Jungle Cruise

Review by Rich Cline | 3.5/5

Jungle Cruise
dir Jaume Collet-Serra
scr Michael Green, John Requa, Glenn Ficarra
prd John Davis, John Fox, Beau Flynn, Dwayne Johnson, Dany Garcia, Hiram Garcia
with Dwayne Johnson, Emily Blunt, Jack Whitehall, Jesse Plemons, Edgar Ramirez, Paul Giamatti, Andy Nyman, Sulem Calderon, Raphael Alejandro, Quim Gutierrez, Dani Rovira, Philipp Maximilian
release US/UK 30.Jul.21
21/US Disney 2h07

plemons ramirez giamatti

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Jungle Cruise
Disney turns to another theme park ride for a summer blockbuster that sails on the fizzy chemistry between Dwayne Johnson and Emily Blunt. Stir in the overwrought effects-heavy mayhem of another ride-turned-movie Pirates of the Caribbean, but thankfully that's upstaged by characters who are entertaining enough to keep us laughing. And the film is also jam-packed with witty gags aimed at the ride's fans and rain forest aficionados.
In 1916, archaeologist Lily (Blunt) is ignored due to her gender, so she gets her hapless brother MacGregor (Whitehall) to launch an Amazon expedition to find a mythical flower with curative powers. In Brazil, they hire beefy jokester river guide Frank (Johnson), who's in trouble with his boss (Giamatti). Then as they set off they are immediately challenged by Euro-prince Joachim (Plemons), who wants the flower for himself. For supernatural assistance, Joachim awakens conquistador Aguirre (Ramirez) and his 400-year-old goons. And on this quest, there's another major adventure around each bend in the river.
Director Collet-Serra never lets the pace lag, constantly flinging characters from elaborately silly slapstick into properly perilous situations. Thankfully there are also some quiet sequences that deepen characters and allow everyone to catch their breath. Imagery is outrageously heightened with over-the-top effects, some of which work better than others. But we have a lot more fun with the constant barbed banter between Lily and Frank. And quieter, smarter moments catch us off guard, including astute comments about colonialism, sexism and homophobia.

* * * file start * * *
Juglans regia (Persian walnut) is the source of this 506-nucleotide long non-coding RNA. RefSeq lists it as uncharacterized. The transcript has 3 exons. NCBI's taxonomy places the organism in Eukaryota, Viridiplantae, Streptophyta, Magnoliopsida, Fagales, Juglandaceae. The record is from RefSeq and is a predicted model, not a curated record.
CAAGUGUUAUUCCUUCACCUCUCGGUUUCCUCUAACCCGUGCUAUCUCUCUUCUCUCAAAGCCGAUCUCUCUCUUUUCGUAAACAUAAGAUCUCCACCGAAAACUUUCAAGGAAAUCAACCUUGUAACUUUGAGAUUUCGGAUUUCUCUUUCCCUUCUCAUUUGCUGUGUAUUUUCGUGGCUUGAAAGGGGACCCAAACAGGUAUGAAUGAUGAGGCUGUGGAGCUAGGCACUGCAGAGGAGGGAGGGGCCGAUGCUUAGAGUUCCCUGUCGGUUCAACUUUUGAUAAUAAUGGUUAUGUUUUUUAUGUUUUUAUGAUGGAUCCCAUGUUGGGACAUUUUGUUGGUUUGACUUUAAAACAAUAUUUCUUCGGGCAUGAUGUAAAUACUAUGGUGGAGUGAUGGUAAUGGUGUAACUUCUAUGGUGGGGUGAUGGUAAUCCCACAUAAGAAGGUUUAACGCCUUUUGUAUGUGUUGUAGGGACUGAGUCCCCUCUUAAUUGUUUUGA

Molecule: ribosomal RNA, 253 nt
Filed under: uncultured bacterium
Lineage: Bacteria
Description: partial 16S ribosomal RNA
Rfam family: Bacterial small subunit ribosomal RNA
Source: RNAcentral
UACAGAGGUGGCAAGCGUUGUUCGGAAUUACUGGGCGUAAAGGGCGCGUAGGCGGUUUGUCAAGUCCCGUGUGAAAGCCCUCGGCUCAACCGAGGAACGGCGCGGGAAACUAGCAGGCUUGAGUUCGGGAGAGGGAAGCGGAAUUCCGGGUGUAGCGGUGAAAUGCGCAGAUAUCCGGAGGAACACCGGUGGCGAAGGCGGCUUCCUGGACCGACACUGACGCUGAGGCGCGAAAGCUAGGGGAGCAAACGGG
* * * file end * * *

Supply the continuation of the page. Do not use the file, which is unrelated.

Johnson and Blunt are a terrific double act, bouncing gleefully off each other with insults, challenges and emotion as they face a range of rather insane obstacles. The actors obviously relish the Indiana Jones-style physicality of each set-piece. And Whitehall completes the trio perfectly, a strong character who takes the film's most resonant journey. Plemons also has a great time as the sinister, simpering baddie. Ramirez has his moments, when not consumed by effects. And so does Calderon as a no-nonsense tribal chief.

It's almost a shame to see so much great material swamped with cartoonishly digital overload, including some virtual settings that aren't very interesting. Grounding these sequences in more realistic locations would have made the script pop even more strongly, both funnier and more pointed. But if it has to pander to the effects fans, at least this is a smarter and much more hilarious romp than expected. And its cast is so strong that we don't want it to end. Hopefully they'll take another cruise soon.

cert 12 themes, language, violence 25.Jul.21

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